The Pacific Coast Railway (PCRy)

We gathered at the north end of Preisker Lane, got the "don't violate copyright rules" speech from Kevin, and then we were off down the levy a bit for our first encounter with the PCRy right-of-way.

It's about following the pipeline markers...

A PCRy plaque at Railroad and Main.

The old bean warehouse is being taken down for a housing development.

Note the rail at the feet of the guys on the left.

Rail in the area between road and sidewalk.

The diamond where the PCRy intersected the Santa Maria Valley Railroad (SMVRR). Today, the SMVRR includes the right of ways in all four directions.

At Battles and Depot Streets is where the Suey Branch of the PCRy took off to the east. This location was known as Suey Junction. (Suey sounds like "sway".)

A PCRy plaque in Orcutt.

Harris Grade Road at Highway 135, a couple miles west of Los Alamos. The road was put right on top of PCRy track, and the metal detector proved there were two parallel lines of rail beneath the road right where it was cracking!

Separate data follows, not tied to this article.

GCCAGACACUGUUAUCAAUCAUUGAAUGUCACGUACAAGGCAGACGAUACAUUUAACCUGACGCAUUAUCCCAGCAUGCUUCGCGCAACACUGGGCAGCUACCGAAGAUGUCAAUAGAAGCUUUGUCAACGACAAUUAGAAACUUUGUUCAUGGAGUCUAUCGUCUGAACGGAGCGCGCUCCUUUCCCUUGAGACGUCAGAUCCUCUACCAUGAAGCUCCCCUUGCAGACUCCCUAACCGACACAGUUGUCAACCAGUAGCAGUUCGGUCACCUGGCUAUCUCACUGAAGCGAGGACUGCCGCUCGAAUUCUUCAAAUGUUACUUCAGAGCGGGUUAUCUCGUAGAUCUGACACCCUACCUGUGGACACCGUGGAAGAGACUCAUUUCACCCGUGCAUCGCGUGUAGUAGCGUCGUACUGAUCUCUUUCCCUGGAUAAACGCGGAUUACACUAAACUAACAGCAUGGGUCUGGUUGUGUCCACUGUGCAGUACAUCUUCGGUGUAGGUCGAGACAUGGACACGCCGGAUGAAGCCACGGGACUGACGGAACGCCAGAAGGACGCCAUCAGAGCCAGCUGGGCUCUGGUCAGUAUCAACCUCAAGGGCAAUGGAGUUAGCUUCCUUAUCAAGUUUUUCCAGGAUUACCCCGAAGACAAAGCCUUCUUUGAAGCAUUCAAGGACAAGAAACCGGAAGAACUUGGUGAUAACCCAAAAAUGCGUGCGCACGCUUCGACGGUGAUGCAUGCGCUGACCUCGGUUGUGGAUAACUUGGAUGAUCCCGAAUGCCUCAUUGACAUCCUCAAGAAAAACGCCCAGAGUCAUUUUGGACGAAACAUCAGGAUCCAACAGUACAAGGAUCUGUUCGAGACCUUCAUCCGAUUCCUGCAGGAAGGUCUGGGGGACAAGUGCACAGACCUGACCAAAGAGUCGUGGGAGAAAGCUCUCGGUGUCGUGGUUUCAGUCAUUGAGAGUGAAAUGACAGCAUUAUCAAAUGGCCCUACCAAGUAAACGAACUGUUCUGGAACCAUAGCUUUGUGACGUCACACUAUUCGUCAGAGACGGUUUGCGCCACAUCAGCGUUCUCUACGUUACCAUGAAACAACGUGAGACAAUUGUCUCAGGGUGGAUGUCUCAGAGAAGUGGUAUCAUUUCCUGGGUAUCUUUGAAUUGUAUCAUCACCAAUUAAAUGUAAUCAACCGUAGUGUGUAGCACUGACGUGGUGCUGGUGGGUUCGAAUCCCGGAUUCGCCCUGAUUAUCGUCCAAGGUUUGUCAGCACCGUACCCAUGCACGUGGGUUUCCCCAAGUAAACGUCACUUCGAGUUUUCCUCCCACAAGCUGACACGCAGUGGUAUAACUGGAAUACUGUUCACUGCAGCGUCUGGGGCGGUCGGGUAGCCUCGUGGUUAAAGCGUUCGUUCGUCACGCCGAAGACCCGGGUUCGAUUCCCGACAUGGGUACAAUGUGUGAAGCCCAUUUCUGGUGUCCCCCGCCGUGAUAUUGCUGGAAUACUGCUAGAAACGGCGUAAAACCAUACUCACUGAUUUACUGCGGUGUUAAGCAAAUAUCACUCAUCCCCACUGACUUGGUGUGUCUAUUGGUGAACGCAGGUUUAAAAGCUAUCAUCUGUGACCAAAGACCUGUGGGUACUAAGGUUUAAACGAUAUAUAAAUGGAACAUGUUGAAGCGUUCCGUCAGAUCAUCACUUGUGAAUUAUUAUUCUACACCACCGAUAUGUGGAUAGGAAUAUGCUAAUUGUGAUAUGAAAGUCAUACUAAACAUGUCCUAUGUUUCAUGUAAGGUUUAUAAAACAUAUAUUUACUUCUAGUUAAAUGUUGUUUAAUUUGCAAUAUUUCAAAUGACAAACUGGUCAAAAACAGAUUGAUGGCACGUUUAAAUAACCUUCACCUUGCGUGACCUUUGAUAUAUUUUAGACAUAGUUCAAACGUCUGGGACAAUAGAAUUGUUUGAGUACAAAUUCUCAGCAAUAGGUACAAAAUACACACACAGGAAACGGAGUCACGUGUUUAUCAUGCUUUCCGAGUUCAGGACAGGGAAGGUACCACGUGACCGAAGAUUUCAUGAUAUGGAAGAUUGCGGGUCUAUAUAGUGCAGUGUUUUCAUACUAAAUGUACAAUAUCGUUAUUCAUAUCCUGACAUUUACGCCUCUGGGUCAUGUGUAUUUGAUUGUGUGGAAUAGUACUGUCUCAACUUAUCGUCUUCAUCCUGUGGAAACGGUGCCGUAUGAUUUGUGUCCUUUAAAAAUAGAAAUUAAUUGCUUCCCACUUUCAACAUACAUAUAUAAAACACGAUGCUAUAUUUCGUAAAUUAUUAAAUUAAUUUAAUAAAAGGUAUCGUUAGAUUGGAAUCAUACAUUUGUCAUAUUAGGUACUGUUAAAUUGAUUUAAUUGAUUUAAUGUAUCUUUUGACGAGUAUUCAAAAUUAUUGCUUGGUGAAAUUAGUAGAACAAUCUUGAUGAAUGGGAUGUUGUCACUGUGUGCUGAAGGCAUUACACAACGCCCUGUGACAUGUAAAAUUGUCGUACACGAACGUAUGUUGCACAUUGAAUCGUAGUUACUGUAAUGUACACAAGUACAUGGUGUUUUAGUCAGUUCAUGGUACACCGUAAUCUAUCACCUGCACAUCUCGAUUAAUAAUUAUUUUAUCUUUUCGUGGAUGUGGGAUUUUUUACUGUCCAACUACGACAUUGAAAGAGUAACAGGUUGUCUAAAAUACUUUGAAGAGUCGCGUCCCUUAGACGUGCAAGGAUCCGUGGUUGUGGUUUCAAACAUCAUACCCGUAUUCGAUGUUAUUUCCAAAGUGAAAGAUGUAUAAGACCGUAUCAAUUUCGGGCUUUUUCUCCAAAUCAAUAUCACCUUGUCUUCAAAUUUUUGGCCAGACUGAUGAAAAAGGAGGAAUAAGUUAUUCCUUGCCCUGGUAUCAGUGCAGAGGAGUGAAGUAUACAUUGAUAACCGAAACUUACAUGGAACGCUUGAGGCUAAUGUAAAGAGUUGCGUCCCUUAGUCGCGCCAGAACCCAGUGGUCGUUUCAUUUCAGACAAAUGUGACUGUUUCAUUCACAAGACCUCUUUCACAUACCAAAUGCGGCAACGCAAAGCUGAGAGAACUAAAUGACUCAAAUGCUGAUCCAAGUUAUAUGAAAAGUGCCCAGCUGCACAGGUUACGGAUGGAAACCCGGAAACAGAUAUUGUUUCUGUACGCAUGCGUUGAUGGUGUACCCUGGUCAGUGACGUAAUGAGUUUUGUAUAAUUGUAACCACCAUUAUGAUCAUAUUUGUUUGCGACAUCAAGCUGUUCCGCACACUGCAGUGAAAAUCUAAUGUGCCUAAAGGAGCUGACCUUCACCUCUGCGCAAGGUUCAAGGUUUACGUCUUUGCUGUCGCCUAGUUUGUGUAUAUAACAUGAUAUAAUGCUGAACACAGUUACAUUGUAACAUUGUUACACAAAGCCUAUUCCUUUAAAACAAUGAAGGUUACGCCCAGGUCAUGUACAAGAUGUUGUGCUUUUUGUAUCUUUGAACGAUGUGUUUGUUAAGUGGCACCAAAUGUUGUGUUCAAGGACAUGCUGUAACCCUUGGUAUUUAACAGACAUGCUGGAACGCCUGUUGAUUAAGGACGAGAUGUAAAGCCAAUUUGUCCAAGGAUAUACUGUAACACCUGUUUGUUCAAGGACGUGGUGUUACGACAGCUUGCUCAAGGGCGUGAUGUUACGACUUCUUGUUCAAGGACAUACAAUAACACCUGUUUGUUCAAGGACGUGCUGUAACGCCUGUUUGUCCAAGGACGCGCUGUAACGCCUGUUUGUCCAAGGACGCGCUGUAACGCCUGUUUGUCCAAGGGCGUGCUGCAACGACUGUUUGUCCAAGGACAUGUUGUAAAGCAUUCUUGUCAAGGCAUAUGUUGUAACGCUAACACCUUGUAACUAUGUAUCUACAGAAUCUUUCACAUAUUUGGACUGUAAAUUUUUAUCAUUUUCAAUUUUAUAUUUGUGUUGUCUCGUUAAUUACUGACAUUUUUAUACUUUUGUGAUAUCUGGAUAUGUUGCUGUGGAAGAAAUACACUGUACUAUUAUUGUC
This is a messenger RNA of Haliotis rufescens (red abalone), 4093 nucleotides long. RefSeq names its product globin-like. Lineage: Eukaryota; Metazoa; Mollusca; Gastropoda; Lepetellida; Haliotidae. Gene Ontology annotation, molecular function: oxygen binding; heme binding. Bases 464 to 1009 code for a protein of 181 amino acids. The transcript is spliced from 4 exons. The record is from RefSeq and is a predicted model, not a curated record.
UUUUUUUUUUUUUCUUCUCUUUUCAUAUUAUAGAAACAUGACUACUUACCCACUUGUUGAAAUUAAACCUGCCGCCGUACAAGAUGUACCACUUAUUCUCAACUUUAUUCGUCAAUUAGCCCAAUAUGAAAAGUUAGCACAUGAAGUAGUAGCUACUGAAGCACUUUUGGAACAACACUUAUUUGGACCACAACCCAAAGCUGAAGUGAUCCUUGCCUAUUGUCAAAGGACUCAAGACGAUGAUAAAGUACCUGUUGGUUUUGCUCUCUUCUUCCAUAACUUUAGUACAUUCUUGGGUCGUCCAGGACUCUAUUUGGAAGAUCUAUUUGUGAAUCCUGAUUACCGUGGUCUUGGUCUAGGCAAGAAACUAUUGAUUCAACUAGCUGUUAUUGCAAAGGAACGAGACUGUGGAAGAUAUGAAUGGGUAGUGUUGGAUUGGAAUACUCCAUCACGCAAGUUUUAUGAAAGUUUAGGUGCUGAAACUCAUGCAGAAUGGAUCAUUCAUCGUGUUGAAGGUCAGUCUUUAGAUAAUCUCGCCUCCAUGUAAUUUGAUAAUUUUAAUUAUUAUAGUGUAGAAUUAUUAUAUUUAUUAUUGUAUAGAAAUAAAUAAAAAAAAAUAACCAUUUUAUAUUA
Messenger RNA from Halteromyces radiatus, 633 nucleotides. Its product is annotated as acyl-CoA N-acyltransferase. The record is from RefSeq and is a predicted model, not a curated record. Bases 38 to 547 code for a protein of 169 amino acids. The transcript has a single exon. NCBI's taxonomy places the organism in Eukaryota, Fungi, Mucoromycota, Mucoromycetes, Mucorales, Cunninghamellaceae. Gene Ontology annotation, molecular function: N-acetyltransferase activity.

Harris Siding.

At the location of the gas truck and No. 106 collision just west of Los Alamos. Again, the metal detector had no problem finding the rail still beneath the surface of the road.

We had lunch at Plenty on Bell in Los Alamos. Wow, great new spot in town, very good gourmet-ish food.

Roast Chicken and Bread Salad. The menu says, "An homage to San Francisco's famous Zuni Cafe. This legendary cafe favorite ala Plenty on Bell is served with spicy greens, roast chicken, torn sourdough levain, currants and pine nuts." It was great, and other dishes got rave reviews as well.

The Los Alamos Depot.

The house of ill repute, reputedly.

The depot building is now a huge antique shop.

Part of our group enjoys the old photo of a PCRy train in front of this very depot building.

The pipelines mark the path of the PCRy as it leaves the river and starts south through town. Remember, pipeline markers and power poles are often a good guide.

The parallel rows of weeds just happen to be narrow gauge. Imagine that!

How can you tell that's a PCRy tie for a fence post? And note one of our friends, the pipeline markers, in this case blue.

Looking north down the PCRy right of way as it leaves Clark Avenue in Orcutt.

Harris Grade Road. Yup, those cracks mark the location of the old rail.

The spacing between the asphalt chunks just happens to match the size of rail ties.